Pelosi Makes Shrewd Case for Pro-Life Democrats
Democrats have made health care a moral issue, based on a compelling argument, passionately held, that everyone deserves access to care by virtue of being human.
That's one context to keep in mind as the party's powerful pro-choice contingent attempts to transform a morally contentious issue, abortion, into a health-care issue that -- unlike the party's approach to health care generally -- is stripped of moral content.
Last week, Naral Pro-Choice America president Ilyse Hogue condemned the Democratic National Committee's support for Heath Mello, a candidate for mayor of Omaha, Nebraska, who, she said, would deny women's "basic rights and freedom." As a state legislator, Mello had previously supported strict abortion regulations.
The attack produced the desired kowtow, as my conservative colleague Ramesh Ponnuru laments. DNC chairman Tom Perez said, more or less, that Mello had come around to right thinking on the issue and that all Democrats are pro-choice now: "Every candidate who runs as a Democrat should do the same because every woman should be able to make her own health choices. Period."
But at least one influential pro-choice Democrat isn't ready to shut down diversity of opinion on the topic. On Sunday, House Democratic leader Nancy Pelosi was asked by NBC's Chuck Todd if her party still had room for pro-life members. Her answer bore no resemblance to what her party's chairman said days earlier.
"Of course," said Pelosi, whose roots go back to a Catholic childhood in Baltimore's Little Italy. "I have served many years in Congress with members who have not shared my very positive — my family would say aggressive — position on promoting a woman's right to choose."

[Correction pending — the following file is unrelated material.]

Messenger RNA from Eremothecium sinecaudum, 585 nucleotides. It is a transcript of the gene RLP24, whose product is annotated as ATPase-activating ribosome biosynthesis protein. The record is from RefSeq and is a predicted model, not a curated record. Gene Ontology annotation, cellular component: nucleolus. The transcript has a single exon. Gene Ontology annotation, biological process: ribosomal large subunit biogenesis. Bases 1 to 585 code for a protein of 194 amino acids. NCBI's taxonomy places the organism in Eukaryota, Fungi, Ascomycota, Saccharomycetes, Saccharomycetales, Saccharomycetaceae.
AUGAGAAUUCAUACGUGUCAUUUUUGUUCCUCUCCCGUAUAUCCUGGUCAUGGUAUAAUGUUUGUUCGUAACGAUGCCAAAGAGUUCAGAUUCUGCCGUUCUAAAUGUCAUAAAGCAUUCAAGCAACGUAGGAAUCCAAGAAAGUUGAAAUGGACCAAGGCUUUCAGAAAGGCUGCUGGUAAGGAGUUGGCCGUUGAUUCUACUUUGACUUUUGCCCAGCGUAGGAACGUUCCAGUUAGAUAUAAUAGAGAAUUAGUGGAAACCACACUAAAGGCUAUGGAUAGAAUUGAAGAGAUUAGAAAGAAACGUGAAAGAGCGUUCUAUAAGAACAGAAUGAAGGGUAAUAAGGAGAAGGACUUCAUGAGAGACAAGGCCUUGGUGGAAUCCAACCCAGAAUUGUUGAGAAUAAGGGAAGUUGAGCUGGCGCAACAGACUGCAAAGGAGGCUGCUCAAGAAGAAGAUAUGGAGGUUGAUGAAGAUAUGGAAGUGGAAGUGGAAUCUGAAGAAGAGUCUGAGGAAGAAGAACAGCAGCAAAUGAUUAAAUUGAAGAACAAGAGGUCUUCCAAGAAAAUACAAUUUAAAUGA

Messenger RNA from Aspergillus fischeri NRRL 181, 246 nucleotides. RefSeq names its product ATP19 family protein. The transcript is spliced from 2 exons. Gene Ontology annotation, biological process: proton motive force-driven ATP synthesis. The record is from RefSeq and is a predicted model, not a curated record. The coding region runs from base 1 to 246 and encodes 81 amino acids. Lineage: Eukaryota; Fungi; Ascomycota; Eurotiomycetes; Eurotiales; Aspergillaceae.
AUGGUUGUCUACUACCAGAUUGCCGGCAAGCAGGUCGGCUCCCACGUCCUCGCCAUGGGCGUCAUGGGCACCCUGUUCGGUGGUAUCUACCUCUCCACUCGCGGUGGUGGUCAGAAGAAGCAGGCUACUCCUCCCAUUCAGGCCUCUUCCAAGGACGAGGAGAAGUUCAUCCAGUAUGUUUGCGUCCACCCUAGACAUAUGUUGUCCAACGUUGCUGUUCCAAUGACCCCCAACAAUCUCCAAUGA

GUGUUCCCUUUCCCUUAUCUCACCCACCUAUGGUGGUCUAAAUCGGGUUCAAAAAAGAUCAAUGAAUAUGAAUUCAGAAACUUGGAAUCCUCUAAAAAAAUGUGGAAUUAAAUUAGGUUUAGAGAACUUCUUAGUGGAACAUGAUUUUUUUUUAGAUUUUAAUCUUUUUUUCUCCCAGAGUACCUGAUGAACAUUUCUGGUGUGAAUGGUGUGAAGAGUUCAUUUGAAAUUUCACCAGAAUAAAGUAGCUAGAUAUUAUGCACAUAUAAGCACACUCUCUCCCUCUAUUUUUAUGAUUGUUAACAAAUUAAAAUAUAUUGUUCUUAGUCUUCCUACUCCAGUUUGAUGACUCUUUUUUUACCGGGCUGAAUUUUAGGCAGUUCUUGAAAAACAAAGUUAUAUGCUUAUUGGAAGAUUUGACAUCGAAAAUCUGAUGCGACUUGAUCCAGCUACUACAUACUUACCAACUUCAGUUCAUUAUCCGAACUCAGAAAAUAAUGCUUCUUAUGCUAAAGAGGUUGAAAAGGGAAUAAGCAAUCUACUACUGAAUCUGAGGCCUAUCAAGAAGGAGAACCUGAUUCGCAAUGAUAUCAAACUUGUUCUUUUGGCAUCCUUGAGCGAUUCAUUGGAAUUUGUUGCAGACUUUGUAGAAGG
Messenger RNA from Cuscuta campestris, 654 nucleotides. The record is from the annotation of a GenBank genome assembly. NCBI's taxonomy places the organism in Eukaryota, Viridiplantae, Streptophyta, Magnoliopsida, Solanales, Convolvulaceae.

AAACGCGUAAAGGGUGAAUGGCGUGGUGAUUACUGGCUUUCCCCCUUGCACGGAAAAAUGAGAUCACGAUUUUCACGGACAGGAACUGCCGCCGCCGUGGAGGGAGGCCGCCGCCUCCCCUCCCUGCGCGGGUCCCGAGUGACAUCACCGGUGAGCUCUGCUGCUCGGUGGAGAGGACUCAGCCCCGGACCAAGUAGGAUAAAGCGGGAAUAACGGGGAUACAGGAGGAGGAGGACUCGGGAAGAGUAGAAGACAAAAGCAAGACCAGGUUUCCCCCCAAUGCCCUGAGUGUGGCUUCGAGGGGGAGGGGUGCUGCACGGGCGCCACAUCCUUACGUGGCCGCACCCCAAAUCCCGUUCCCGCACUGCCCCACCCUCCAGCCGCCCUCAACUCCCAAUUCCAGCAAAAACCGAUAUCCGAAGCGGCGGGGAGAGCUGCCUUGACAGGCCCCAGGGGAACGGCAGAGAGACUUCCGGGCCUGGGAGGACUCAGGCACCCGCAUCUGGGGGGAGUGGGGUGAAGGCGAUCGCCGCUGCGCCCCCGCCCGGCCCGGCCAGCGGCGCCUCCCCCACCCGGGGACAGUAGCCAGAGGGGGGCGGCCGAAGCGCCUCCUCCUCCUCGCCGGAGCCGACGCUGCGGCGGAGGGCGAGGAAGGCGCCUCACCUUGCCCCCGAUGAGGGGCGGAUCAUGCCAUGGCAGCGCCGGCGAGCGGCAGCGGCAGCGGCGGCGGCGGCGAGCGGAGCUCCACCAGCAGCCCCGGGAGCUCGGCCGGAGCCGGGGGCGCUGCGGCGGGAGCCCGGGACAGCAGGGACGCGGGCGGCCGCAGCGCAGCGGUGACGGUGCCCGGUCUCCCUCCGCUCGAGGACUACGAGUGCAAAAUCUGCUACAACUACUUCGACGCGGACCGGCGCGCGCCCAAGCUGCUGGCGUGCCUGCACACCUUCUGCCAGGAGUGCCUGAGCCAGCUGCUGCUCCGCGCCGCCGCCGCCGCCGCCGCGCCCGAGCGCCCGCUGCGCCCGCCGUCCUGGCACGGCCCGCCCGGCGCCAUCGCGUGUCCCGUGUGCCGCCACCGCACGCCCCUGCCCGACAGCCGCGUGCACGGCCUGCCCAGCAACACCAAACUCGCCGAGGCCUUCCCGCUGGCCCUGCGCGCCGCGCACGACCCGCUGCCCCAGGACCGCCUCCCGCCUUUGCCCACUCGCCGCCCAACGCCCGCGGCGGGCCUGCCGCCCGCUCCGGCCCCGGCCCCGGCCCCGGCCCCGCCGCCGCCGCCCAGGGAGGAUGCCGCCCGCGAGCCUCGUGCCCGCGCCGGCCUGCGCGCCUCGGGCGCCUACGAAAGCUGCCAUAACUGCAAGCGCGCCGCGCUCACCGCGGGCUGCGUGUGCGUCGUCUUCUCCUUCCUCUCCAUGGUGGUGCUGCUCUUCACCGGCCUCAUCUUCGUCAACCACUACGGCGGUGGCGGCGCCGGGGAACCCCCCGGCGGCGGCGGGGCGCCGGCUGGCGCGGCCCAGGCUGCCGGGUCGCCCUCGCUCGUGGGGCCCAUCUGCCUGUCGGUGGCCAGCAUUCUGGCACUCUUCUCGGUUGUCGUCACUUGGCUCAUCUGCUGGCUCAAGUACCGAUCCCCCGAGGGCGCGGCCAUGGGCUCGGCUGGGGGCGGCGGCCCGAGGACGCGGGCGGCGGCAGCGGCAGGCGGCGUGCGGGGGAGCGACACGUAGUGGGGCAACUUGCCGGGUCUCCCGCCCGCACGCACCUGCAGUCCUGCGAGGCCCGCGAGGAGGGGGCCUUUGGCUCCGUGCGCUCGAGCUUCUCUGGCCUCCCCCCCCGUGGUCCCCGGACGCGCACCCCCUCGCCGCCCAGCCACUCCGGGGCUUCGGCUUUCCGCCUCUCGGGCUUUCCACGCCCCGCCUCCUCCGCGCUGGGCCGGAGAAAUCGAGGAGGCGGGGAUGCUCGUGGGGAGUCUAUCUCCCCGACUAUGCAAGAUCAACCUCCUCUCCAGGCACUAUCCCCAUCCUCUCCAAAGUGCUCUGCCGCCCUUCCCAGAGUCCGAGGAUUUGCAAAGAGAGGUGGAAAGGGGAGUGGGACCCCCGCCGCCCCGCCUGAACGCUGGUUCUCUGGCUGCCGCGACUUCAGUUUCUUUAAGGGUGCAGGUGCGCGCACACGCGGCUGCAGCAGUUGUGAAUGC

Pelosi's pro-choice credentials are unimpeachable. So are her math skills. Polls consistently show that plenty of Democrats, including youthful ones, do not support unrestricted abortion rights. A CBS News poll in January found that a third of Democrats supported stricter limits on abortion.
To become speaker, Pelosi needs to flip two dozen House districts from Republican to Democratic in 2018. To win some of those seats, the party will need candidates capable of strategic shows of independence from the party line. Senate Democratic leader Chuck Schumer gets that, which is why he said on Monday that Democrats are a "pro-choice" party and a "big tent" party.
Democrats found a useful marketing tool when they settled on the phrase "pro-choice." It embodies the principle -- a woman has the right to choose -- without casting pro-life views as illegitimate or intolerable. The phrase gives breathing room not only to different views, but to the varied moral weights that Americans assign to abortion.
According to a 2016 Pew poll, one-third of Americans say abortion is not a moral issue. For them, perhaps, it's a matter of women's "health choices." But most Americans, including many who identify as pro-choice, perceive abortion as an act with moral implications, requiring a political calculus that can incorporate a range of moral qualms. Roe v. Wade, the brilliantly muddled, still enduring middle ground in the rancorous debate, is a reflection -- and protector -- of just such qualms.
As long as those qualms exist, efforts to enforce a rigid party dogma will be corrosive and self-defeating. Partisan polarization has sorted the parties into opposing camps on abortion. But there is still room in both parties for individual conscience to express itself. Efforts to extinguish that are bad politics. And maybe bad morality.
This column does not necessarily reflect the opinion of the editorial board or Bloomberg LP and its owners.
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